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cal and bacteriological work on the Swiss type of cheese is done at Washington, the cheese being made at the Pennsylvania State College in cooperation with that institution. Experiments in the manufacture of the Cheddar type of cheese are carried on at Madison, Wis., in cooperation with the Agricultural Experiment Station of the University of Wisconsin. Work on the Roquefort type of cheese is conducted at Storrs, Conn., in cooperation with the Storrs Agricultural Experiment Station. Investigations on milk secretion are carried on at Columbia, Mo., in cooperation with the experiment station of the University of Missouri.
The work with milk during the year consisted mostly of a study of the bacteria of pasteurized and raw milk. In addition about 150 analyses of goat's milk were made, and the use of buttermilk and whey as by-products received attention.
Investigations were carried on pertaining to changes in storage butter, and experiments were made with a view to producing dried cultures for use in butter and cheese making. The results of the Roquefort cheese investigations for assisting the manufacture in this country of that well-known European variety of soft cheese will soon be ready for publication.
Some important results have been secured in the milk-secretion experiments, wherein certain cows were fed rations varying from below maintenance to fattening. These results will be published in due course. Work has also been done concerning the effect on the milk when cows are fed with cottonseed products.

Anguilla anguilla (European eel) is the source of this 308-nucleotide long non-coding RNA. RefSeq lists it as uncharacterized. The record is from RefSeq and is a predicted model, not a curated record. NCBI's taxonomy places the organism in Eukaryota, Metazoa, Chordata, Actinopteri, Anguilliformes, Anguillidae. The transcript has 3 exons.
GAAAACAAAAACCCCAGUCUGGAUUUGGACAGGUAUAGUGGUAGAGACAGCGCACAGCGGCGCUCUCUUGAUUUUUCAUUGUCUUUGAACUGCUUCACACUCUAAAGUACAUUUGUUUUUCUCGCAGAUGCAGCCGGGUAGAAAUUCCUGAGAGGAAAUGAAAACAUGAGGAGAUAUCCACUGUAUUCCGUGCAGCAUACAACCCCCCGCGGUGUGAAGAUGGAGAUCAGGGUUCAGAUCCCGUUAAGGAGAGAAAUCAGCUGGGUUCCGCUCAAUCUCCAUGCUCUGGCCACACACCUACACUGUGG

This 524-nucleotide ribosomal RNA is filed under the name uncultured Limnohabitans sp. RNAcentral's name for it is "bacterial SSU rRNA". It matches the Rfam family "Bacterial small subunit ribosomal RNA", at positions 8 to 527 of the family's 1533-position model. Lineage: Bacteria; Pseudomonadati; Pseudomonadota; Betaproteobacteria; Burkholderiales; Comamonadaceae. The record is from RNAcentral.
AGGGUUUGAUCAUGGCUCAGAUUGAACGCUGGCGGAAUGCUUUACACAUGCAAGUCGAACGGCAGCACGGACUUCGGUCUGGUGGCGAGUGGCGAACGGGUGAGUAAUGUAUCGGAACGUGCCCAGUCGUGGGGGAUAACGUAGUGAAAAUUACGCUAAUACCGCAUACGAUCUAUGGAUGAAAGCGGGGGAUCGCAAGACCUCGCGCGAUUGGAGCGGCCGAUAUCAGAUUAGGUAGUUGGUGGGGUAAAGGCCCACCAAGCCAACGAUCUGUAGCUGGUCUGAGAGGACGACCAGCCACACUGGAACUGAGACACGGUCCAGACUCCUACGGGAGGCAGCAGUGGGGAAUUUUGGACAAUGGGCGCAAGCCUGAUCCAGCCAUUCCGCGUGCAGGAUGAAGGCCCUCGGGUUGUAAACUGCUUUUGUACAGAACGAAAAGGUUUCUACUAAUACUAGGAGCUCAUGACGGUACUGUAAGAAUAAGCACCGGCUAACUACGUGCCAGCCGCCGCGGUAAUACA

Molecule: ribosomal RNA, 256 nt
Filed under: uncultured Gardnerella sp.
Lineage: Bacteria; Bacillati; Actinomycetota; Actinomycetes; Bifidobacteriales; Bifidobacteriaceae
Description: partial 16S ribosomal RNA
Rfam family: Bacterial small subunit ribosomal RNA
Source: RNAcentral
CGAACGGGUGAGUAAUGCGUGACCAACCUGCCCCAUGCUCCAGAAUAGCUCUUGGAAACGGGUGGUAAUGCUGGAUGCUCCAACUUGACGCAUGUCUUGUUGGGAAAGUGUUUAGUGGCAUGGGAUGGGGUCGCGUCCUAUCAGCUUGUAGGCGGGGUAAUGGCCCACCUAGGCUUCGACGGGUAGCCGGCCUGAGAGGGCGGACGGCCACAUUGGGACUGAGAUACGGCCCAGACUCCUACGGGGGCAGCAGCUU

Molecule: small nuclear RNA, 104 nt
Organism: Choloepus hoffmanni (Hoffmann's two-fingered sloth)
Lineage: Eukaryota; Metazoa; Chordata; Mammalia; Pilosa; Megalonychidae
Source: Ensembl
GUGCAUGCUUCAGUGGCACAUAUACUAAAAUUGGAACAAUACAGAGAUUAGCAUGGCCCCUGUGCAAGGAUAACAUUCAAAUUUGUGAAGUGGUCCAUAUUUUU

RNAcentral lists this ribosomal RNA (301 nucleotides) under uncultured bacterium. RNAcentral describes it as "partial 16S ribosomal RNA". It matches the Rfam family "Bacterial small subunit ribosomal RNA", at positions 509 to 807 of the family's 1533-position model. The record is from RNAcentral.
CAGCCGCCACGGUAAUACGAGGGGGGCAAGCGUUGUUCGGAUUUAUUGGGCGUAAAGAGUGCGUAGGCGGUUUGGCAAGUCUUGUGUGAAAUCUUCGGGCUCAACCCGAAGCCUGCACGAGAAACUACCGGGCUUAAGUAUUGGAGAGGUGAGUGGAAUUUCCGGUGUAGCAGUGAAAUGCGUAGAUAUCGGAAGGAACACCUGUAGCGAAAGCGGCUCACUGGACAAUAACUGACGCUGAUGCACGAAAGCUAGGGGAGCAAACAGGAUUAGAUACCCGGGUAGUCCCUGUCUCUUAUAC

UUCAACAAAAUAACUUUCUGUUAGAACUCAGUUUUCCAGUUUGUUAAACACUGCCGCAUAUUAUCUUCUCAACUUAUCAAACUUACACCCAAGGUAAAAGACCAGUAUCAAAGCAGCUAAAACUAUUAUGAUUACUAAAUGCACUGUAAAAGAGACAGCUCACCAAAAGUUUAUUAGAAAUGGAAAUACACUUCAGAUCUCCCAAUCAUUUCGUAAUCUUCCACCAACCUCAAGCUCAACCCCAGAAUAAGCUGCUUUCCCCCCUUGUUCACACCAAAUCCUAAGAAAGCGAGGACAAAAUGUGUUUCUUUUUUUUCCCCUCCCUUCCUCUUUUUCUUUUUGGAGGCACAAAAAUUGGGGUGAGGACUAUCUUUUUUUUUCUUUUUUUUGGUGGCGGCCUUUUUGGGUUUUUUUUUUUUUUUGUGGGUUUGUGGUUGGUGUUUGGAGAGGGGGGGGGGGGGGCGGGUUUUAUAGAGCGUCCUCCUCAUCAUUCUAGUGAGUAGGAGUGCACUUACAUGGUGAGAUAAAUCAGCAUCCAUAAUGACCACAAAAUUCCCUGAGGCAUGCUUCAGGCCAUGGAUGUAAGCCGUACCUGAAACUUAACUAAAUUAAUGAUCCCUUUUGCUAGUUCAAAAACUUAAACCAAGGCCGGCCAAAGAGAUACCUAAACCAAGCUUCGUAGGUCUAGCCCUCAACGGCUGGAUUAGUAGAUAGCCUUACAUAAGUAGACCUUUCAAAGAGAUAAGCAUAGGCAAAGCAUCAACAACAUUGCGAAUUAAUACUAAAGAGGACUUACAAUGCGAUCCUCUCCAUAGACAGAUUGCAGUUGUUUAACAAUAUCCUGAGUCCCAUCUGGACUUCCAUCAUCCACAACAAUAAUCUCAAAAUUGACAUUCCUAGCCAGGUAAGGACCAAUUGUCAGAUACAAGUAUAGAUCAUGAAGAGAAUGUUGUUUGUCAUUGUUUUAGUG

THE STUDY AND CONTROL OF ANIMAL DISEASES. Some of the animal diseases which have been the subject of investigation and eradication during the fiscal year are Texas fever, tuberculosis, glanders, hog cholera, rabies, dourine of horses, scabies in sheep, cattle, and horses, lip-and-leg ulceration of sheep, ringworm of sheep, roundworms and tapeworms of sheep, gid in sheep, necrobacillosis of various animals, chronic bacterial dysentery of cattle, swamp fever of horses, and poultry diseases. A few facts concerning the more important of these will be mentioned.
TEXAS FEVER AND TICK ERADICATION. The eradication of the ticks which transmit the contagion of Texas fever of cattle and which inhabit the southern part of the country is proceeding vigorously in cooperation with State and local authorities. During the fiscal year the territory released from quarantine as a result of this work aggregated 10,965 square miles. Since the beginning of systematic work in exterminating these ticks five years ago there have been cleared of ticks and released from quarantine
23165°—AGR 1911- 4
139,821 square miles. This is about one-fifth of the original infested area.
Dipping experiments have been continued with a view to finding the most effective and economical means of ridding cattle and pastures of the ticks. Recent work shows that arsenic yields better results than the crude petroleum formerly used as a dip. Arsenical dips are therefore now being principally used.